This scene is commonplace at Carrboro Elementary School, where students can spend half the day learning about everything from rockets to writing skills completely in Spanish.
“I love the culture of our school,” said fourth-grade teacher Kendall Brees, who teaches dual language students during the English half of the school day.
Experiences like this have proved beneficial for young students. In March, VIF International Education, a Chapel Hill-based nonprofit that develops global education programs, released results from an evaluation by UNC’s Education Policy Initiative at Carolina.
The study found that students participating in VIF’s foreign language immersion program scored higher on state End-of-Grade tests than students not in the program, regardless of economic status, English proficiency or ethnicity.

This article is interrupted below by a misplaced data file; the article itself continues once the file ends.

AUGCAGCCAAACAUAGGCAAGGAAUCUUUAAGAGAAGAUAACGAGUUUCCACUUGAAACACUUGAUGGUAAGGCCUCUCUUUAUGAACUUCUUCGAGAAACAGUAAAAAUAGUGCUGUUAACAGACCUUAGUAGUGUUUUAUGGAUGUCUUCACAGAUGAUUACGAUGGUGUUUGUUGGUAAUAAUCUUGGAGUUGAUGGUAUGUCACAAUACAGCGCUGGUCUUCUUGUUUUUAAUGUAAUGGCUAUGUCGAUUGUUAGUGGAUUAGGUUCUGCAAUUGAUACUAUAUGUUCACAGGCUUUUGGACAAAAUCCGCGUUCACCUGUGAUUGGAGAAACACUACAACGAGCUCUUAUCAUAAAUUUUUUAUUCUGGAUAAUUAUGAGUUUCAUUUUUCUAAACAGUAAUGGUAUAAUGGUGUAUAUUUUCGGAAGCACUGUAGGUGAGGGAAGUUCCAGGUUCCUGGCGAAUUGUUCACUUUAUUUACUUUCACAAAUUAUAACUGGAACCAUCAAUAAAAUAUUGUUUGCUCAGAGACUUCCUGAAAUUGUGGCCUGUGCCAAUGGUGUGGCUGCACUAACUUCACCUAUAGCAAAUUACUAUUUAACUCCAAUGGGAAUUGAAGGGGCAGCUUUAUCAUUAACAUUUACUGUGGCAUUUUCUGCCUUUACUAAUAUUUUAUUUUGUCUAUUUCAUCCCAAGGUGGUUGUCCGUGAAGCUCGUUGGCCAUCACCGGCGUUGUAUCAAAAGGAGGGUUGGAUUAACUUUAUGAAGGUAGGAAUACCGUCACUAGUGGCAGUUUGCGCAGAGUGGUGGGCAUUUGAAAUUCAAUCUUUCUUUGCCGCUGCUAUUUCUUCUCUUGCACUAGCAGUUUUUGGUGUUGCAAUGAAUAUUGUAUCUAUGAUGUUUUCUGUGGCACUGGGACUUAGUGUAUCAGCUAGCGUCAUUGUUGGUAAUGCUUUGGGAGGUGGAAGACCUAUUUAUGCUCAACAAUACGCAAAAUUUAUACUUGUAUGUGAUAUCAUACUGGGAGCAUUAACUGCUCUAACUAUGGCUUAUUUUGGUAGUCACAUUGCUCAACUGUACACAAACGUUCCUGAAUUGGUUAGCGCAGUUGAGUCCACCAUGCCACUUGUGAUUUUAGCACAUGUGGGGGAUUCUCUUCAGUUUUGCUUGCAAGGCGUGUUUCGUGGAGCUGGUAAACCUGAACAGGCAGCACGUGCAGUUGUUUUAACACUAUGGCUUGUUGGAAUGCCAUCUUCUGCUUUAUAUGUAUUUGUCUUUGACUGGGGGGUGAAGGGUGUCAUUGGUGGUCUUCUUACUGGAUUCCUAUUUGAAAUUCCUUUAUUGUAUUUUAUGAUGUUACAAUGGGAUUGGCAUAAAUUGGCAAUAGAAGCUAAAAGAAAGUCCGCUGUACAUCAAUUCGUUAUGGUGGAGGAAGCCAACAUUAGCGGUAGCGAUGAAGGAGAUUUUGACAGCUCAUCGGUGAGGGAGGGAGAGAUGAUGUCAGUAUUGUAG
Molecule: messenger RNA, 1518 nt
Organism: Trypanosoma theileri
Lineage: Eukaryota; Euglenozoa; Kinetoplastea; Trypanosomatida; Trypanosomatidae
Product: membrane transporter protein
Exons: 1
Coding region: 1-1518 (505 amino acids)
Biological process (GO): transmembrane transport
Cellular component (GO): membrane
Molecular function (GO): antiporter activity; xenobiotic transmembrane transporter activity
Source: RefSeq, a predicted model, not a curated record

Chapel Hill-Carrboro City Schools has a partnership with VIF, allowing them to bring in teachers from other countries to teach their language, said Elaine Watson-Grant, dual language coordinator for the school system.
CHCCS has its own dual language program, and its strategy has had positive results as well. A 2010 report on North Carolina dual language programs by Thomas & Collier research firm showed that students in dual language programs performed better on End-of-Grade reading and math exams than their non-dual language peers. The study included Chapel Hill-Carrboro City Schools.
There was still an achievement gap — students with limited English proficiency and African-American students achieved at lower levels than other students, but the gap was smaller for students in the dual language program.